A federal judge ruled Thursday that Baxter County in north Arkansas violated the Constitution by displaying a Nativity scene on the courthouse lawn.
County officials had tried to calm anger last year by approving a disclaimer to be posted near the display. Part of the message read, "Let these festive lights and times remind us that we are keepers of the flame of liberty and our legacy of freedom. Whatever your religion or beliefs, enjoy the holidays."
U.S. District Judge Timothy Brooks issued the ruling in a lawsuit brought by the American Humanist Association and Baxter County resident Dessa Blackthorn.
Blackthorn and the association filed the lawsuit last year saying the county should not allow a Nativity scene at the courthouse every December while denying requests for other displays on the property. The lawsuit claims County Judge Mickey Pendergrass denied requests for a "Happy Winter Solstice" banner and a menorah outside the courthouse.
Brooks ruled that Pendergrass and the county must either stop placing any religious seasonal displays on the courthouse property or create a public forum allowing all religions and viewpoints including non-religion to erect displays.
"The inference as to whether a government action has a `predominantly religious purpose' can be made as a matter of `commonsense' from `openly available data,"' Brooks wrote in the ruling.
He dismissed the complaint against Pendergrass in his personal capacity.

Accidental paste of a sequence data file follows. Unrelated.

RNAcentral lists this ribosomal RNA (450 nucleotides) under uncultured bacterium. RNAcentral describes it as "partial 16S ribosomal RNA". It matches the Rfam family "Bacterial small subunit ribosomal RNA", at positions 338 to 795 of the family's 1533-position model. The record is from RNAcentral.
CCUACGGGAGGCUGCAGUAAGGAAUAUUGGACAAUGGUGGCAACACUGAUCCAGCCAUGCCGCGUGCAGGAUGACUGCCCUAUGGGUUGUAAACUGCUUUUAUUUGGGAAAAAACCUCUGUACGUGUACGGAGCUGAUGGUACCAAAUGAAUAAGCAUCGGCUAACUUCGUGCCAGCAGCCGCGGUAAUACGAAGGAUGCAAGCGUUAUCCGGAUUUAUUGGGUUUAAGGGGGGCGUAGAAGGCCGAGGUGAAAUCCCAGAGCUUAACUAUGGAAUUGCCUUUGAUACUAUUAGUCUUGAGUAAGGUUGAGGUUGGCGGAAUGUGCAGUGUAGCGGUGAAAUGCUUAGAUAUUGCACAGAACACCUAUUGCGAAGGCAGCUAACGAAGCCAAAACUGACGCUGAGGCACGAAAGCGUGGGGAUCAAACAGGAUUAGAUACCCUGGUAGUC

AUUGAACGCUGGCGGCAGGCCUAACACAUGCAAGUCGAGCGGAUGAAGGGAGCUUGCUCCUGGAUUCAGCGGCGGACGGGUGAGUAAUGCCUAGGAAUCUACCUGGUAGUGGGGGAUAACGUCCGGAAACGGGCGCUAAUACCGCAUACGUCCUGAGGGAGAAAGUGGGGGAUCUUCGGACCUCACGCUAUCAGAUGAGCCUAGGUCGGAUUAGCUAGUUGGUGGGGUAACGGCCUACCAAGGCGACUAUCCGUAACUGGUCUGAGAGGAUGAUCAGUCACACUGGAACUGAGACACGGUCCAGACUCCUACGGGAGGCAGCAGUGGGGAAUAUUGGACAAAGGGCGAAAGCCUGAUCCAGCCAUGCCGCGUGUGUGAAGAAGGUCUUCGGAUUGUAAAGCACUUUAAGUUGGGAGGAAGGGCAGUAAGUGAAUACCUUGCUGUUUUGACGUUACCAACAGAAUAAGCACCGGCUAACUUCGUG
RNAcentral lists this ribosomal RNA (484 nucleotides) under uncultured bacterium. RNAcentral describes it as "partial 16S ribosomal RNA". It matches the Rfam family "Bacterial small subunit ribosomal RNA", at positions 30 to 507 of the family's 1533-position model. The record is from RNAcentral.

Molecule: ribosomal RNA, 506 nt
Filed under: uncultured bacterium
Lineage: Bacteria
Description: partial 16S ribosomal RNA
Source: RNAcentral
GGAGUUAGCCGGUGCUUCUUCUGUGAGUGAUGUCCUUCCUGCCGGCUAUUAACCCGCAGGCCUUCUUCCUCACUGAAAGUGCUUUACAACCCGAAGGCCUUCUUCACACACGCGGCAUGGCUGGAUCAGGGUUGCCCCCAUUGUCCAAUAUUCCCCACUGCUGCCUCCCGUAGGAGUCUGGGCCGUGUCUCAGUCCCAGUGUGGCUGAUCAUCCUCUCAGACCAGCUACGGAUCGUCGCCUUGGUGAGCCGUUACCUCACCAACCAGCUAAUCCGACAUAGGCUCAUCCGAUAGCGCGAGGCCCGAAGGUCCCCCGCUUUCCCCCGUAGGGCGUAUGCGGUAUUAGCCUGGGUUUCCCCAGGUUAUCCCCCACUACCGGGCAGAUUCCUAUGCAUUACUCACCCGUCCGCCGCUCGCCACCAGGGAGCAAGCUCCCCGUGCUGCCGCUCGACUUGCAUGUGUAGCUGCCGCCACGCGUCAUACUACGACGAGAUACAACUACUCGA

He also awarded damages of $1 to the complainants, which was the amount Baxter County charged the Mountain Home Chamber of Commerce to rent the northwest corner of the courthouse lawn. The Chamber then allowed a private citizen to place the Nativity scene on the property.
According to court records, the lease agreement was made after Blackthorn threatened to file a lawsuit if the county allowed the Nativity scene while continuing to deny other holiday displays.
Pendergrass said through an assistant Thursday that he wanted to review the court ruling before commenting on the county's plans moving forward.
The American Humanist Association issued a news release Thursday calling the ruling a victory for the First Amendment.
"Nativity scenes are only appropriate for private property," Roy Speckhardt, executive director of the American Humanist Association, wrote in the release. "When the government allows a holiday display that represents just one faith, it implies endorsement of that faith, excluding all others, regardless of what they believe."
Brooks wrote in his order that Blackthorn and the association could also file to recover court costs and attorney fees and set a deadline of 14 days for that motion.
The Associated Press contributed to this report.